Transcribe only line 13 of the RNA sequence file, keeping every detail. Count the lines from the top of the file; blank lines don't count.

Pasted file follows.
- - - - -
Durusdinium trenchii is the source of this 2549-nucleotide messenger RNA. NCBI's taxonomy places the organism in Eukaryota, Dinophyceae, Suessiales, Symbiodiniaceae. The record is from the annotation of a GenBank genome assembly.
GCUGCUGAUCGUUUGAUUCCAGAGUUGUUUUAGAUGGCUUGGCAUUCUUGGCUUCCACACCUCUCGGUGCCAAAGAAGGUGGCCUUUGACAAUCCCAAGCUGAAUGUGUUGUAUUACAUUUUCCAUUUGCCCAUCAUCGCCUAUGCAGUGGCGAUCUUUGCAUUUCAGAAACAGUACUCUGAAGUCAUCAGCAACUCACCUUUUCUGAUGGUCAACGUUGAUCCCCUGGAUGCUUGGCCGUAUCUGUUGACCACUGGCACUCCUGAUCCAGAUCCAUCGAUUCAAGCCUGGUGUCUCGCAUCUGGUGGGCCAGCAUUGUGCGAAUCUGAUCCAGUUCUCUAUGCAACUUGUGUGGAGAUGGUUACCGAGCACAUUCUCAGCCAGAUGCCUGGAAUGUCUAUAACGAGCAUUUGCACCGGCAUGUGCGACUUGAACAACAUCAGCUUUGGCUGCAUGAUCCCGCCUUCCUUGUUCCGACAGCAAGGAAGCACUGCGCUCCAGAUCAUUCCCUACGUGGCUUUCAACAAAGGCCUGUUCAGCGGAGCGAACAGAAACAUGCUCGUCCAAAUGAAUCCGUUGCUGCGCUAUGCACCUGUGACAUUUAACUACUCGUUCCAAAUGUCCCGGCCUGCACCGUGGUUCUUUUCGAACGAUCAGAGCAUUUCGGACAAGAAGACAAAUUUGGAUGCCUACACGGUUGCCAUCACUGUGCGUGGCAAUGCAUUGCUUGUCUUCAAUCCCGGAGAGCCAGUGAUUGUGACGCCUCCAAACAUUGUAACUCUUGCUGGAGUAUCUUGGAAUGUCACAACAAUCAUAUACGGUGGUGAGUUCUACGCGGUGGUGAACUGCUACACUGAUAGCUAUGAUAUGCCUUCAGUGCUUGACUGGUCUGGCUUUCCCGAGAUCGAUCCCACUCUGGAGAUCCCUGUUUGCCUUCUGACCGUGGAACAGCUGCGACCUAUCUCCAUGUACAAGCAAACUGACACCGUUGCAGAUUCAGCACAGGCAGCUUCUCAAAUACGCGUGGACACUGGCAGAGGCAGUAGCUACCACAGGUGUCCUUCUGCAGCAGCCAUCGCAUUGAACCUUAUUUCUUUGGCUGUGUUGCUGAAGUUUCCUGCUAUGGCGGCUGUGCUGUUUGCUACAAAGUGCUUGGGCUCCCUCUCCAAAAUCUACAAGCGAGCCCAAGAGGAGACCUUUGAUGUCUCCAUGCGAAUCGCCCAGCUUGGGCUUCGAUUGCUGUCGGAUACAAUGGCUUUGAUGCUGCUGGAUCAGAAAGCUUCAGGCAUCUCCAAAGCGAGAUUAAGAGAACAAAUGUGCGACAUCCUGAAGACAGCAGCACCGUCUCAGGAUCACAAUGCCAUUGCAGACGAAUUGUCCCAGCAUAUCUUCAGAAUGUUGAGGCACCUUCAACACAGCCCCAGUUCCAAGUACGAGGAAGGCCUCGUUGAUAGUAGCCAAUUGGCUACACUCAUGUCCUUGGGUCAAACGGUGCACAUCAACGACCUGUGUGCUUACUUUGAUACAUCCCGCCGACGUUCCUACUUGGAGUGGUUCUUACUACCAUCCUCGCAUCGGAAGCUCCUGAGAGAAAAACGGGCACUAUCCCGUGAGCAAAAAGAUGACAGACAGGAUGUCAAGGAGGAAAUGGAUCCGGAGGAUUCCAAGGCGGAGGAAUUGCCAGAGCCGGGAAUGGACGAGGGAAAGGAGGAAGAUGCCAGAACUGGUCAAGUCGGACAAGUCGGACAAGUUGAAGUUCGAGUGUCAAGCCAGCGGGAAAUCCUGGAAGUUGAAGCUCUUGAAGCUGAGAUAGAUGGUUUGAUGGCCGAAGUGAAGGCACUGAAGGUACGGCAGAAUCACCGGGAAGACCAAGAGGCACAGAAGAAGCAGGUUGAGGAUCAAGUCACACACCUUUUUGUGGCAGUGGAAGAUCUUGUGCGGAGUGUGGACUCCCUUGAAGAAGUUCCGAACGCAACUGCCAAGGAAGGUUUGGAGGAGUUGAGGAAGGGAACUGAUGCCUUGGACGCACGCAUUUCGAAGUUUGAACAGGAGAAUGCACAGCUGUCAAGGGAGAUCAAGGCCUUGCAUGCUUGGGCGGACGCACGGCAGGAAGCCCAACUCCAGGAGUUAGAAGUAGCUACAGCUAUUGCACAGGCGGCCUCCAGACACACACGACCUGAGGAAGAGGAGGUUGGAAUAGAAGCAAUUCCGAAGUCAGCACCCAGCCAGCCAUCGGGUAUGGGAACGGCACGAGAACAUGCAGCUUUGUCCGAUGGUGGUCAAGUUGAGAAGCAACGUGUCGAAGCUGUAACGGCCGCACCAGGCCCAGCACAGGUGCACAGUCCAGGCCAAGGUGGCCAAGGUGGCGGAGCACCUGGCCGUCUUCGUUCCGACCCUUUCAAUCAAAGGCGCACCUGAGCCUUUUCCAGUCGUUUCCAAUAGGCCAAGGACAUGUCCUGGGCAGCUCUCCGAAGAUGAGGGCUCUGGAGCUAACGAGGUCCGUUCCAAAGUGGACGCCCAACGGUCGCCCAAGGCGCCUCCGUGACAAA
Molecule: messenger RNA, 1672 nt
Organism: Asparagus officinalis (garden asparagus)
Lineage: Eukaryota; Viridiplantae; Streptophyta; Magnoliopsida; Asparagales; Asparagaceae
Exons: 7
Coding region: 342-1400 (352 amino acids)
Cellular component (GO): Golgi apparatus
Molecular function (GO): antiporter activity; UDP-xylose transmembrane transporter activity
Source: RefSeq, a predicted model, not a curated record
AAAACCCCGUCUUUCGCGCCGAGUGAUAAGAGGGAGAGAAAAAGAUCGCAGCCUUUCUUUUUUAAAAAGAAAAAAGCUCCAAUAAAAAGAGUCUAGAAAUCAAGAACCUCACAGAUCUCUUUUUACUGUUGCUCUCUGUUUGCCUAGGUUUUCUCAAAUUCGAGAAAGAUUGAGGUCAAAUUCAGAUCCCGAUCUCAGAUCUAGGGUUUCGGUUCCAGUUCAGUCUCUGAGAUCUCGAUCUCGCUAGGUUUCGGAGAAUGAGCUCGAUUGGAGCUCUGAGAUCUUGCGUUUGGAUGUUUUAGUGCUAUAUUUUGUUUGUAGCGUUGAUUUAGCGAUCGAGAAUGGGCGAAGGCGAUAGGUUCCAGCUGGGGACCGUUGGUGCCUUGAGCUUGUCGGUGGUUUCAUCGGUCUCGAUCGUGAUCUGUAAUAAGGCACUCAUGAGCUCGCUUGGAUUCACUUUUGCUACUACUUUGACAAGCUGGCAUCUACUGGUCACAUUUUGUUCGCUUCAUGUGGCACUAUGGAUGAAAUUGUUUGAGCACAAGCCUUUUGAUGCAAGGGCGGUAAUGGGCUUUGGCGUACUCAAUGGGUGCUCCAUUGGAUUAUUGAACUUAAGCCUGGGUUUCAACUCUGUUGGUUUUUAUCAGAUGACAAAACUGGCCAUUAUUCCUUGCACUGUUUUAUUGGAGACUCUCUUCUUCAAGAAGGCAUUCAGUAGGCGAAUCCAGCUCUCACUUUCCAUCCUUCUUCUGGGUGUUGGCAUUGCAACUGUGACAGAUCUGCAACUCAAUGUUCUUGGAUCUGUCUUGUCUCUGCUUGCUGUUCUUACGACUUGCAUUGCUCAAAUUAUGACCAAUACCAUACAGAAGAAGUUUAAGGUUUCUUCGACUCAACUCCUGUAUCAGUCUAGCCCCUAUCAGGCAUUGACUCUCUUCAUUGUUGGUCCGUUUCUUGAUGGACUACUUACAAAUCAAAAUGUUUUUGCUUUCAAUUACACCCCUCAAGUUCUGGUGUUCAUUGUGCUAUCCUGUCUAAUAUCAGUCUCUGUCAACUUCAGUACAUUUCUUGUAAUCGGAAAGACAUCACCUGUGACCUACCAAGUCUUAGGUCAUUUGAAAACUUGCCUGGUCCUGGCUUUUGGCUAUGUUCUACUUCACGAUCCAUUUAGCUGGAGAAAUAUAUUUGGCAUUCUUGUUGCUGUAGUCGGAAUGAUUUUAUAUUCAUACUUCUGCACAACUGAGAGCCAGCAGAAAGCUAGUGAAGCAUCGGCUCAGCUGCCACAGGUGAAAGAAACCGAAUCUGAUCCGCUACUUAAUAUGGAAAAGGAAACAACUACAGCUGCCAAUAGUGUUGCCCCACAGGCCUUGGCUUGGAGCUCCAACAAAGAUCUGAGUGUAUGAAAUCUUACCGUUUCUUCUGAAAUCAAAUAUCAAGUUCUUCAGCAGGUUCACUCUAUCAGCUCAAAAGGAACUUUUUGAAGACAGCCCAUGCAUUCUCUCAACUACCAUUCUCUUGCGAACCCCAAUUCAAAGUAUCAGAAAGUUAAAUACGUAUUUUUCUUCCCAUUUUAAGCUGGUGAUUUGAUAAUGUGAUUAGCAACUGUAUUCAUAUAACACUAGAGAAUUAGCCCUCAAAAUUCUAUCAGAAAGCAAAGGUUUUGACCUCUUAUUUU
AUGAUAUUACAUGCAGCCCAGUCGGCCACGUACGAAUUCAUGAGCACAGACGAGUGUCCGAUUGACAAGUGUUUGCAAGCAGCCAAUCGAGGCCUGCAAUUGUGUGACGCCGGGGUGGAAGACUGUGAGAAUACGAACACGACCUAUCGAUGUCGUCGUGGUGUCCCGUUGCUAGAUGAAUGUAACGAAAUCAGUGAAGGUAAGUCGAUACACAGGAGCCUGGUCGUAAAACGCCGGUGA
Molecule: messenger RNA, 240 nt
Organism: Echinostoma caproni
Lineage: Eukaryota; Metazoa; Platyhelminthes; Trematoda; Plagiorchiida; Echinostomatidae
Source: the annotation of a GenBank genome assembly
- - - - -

Molecule: messenger RNA, 240 nt